By Paul D. Miller aka Dj Spooky
“To speak truly, few adult persons can see Nature.”
Ralph Waldo Emerson, Nature
It’s been said that wilderness holds answers to questions we have not yet learned to ask. Here’s a question: How would you make a composition out of a forest? Would you have instruments made from wood? Well, that’s already been done for hundreds of years – every single instrument that influences our modern sensibility comes from wood or metal. Whenever you listen to classical music, you’re already hearing a symphony of the forest. For example, most violins and other instruments like cello or viola come from Rosewood, Maple, Spruce, Ebony, Boxwood, and Willow trees. The back, neck, ribs, and scroll of a violin are usually made of Maple wood while Spruce trees usually make up the top, blocks, and linings.
But what about the information that forests generate? The roots and branches of a tree embody a kind of predictive symmetry of form and function.That’s what I thought about when I began work on a symphony about forests.
It’s been decades since Canadian composer R. Murray Schafer coined the term “soundscape” but for me, a 21st century update is the term “acoustic environment.” It’s an idea that informs my work, and that gives me inspiration for a project that, at core, is as much about the collision between code and culture, as it is about the massive disruption of the ecosystem that accompanies all human activities.
It goes without saying that we are, as so many scientists have proven beyond a doubt, entering a period of extreme climate change. As a composer, I’ve read books like Bill Mckibben’s “The End of Nature,” Elizabeth Kolbert’s “The Sixth Extinction,” Tim Flannery’s “The Weather Makers,” and many other works that make one really have a deep sense of dread about the new century we face. There are some basic facts that are foundational to any discussion of climate change:
First – deforestation is one of the major issues facing humanity. The permanent destruction of forests will haunt humanity for many centuries to come, and for what? The United Nations Food and Agriculture Organization estimates as much as 18 million acres (7.3 million hectares) – a region about the size of a small country like Panama – are lost every year and about half the world’s tropical forests have been cleared already.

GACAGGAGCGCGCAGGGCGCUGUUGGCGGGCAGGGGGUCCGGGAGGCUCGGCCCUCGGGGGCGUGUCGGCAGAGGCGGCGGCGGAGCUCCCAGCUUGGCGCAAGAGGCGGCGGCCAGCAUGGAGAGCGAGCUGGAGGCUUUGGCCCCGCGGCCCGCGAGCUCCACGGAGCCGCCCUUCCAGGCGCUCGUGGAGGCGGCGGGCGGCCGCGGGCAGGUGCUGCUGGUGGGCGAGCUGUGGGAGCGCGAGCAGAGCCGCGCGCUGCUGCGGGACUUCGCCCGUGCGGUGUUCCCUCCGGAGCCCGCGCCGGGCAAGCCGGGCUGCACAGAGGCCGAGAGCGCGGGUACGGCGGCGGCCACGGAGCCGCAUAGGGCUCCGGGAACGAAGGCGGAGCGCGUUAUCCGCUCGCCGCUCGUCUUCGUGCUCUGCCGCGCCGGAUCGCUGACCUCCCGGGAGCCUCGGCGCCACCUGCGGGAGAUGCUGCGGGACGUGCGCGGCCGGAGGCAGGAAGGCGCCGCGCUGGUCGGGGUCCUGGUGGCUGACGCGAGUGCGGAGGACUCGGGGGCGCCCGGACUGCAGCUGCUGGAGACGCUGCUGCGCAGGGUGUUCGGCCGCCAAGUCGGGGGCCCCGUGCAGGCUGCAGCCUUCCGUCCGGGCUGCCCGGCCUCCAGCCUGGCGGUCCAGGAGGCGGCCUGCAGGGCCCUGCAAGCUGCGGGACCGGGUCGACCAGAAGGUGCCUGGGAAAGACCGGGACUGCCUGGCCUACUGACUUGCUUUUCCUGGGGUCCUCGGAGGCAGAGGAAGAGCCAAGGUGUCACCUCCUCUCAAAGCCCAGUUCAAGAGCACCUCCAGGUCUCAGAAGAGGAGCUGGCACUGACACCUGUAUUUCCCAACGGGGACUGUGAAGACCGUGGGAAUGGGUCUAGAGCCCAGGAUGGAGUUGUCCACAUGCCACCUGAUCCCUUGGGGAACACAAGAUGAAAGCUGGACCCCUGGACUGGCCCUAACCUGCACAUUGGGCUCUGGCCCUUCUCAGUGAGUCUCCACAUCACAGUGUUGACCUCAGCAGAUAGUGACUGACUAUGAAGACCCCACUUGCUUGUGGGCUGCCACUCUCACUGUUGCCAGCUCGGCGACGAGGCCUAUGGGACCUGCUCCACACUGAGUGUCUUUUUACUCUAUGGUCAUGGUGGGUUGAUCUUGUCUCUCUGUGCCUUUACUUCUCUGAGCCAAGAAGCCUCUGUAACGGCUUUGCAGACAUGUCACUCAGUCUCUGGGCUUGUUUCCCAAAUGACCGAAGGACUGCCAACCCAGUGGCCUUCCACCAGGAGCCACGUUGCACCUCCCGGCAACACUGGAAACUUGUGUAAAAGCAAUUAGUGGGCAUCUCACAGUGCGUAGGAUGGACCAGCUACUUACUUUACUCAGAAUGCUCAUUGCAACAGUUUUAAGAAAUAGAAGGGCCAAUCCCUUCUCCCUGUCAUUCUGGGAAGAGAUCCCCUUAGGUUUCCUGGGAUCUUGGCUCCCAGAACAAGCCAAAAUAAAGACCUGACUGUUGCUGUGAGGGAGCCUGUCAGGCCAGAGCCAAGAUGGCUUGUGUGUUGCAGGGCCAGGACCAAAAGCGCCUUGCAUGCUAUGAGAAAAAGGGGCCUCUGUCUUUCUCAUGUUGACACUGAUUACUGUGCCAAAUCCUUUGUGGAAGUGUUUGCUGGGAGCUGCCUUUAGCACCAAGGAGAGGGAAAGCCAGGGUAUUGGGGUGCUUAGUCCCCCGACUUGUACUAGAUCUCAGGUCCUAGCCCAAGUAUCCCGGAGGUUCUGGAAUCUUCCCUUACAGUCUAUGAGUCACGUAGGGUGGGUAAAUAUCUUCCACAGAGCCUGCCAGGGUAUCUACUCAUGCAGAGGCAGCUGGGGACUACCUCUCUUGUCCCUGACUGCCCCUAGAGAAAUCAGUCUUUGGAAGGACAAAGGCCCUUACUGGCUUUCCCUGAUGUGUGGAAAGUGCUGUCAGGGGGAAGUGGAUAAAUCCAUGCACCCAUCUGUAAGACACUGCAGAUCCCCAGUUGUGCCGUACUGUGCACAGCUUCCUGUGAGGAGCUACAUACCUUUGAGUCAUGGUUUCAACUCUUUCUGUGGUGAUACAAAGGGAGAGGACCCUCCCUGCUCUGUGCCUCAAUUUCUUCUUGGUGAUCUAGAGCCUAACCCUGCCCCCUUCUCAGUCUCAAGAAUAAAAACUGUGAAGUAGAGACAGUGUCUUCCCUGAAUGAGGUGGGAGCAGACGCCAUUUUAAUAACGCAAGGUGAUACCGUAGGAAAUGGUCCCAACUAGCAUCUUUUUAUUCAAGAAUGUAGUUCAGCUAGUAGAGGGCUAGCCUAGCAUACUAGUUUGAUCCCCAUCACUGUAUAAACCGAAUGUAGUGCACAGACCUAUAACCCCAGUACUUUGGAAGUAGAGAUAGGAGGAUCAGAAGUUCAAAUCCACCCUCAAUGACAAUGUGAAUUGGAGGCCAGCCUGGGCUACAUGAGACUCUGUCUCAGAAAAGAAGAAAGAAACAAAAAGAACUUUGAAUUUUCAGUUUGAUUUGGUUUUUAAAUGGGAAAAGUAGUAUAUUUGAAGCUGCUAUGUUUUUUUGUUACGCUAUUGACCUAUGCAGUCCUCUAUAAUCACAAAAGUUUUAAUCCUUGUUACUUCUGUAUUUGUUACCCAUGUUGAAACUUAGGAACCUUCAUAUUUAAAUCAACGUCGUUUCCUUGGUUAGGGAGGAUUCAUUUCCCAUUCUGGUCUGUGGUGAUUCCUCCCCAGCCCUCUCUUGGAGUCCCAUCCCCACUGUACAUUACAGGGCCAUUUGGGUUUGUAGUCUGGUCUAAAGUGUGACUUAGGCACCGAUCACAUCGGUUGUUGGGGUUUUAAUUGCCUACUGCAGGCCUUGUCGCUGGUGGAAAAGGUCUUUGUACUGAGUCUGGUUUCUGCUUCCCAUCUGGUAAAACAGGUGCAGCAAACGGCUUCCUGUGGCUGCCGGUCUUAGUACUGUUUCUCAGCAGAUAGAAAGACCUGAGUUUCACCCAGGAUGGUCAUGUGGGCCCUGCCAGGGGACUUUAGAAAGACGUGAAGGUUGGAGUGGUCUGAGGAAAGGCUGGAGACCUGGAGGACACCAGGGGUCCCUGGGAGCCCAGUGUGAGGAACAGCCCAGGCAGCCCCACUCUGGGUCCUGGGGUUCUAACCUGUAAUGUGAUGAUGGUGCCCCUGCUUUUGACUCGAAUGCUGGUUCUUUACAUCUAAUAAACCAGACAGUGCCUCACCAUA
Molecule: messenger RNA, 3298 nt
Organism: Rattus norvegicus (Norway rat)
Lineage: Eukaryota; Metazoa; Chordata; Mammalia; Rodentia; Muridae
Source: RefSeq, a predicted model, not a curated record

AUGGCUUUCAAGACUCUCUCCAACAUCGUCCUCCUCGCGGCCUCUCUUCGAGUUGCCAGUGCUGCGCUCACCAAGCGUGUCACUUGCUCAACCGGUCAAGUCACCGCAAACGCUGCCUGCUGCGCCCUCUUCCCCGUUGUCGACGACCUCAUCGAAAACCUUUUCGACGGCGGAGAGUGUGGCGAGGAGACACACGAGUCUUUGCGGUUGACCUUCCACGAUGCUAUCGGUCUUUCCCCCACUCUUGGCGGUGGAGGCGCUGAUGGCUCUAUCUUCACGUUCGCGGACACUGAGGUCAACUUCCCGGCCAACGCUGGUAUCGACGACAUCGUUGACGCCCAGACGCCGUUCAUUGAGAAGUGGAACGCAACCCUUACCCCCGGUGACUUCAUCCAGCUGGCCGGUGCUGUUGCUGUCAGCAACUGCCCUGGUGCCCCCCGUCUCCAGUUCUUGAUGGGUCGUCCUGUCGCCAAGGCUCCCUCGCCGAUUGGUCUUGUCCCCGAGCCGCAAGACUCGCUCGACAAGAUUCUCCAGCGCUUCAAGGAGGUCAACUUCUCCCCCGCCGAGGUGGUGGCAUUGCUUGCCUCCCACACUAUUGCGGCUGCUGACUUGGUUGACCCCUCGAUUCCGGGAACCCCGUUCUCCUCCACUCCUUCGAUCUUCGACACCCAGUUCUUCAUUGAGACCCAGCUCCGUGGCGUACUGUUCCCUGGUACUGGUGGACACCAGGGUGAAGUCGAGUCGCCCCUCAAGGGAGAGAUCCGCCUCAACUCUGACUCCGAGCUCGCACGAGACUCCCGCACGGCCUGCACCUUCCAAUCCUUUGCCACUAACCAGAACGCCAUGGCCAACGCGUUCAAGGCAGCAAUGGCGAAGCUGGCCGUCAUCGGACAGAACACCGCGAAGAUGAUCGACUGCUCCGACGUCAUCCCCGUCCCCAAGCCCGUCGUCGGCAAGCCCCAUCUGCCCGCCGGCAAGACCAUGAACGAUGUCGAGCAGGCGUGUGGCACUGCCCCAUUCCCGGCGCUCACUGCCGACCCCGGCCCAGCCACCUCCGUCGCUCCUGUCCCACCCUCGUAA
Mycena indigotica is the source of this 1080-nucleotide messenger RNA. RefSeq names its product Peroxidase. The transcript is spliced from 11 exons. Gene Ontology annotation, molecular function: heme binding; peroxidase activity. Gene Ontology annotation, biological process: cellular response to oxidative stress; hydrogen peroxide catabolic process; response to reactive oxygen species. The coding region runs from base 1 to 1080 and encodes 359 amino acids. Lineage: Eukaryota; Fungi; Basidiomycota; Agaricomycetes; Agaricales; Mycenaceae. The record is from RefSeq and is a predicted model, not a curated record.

Second – Forests currently cover about 30% of the world’s landmass.
Third – deforestation adds between 6-12% of annual global carbon dioxide emissions.
Fourth – around 36 football fields of trees are cut down every minute.
When you look at the idea of turning those fundamental facts into a music composition, you are faced with some pretty grim ingredients. I’ve made music out of the sound of ice. I’ve made music out the sound of the Van Allen belts. I’ve made music out of the sound of whales. But nothing compares to this current scenario: making music out of the sounds of an experimental forest.
“The clearest way to the Universe is through a forest Wilderness”
John Muir, founder Sierra Club
A couple of years ago I received an invitation to visit the HJ Andrews Experimental Forest in Oregon from a couple of organizations: Spring Creek Project for Ideas, Nature, and The Written Word, at Oregon State University, and Oregon Community Foundation’s Creative Heights Program, and the USDA Forest Service Pacific Northwest Research Station. It was an offer I couldn’t refuse! During the course of developing the premise for the project, I settled on a basic idea: to visit the forest in all four seasons and compose a work dedicated to celebrating not just this incredible forest in the Northwest of the United States. The basic idea was to create a composite that would celebrate re-forestation and renew a dialog between the arts, science, and eco-activism. HJ Andrews Experimental Forest was the perfect place to start this kind of project: it’s a research station that explores how forests, streams, and watersheds weave together. Nearby woodlands like Oregon’s huge Williamette National Forest also serve as a stunning “natural” reflection of what’s going on in HJ Andrews.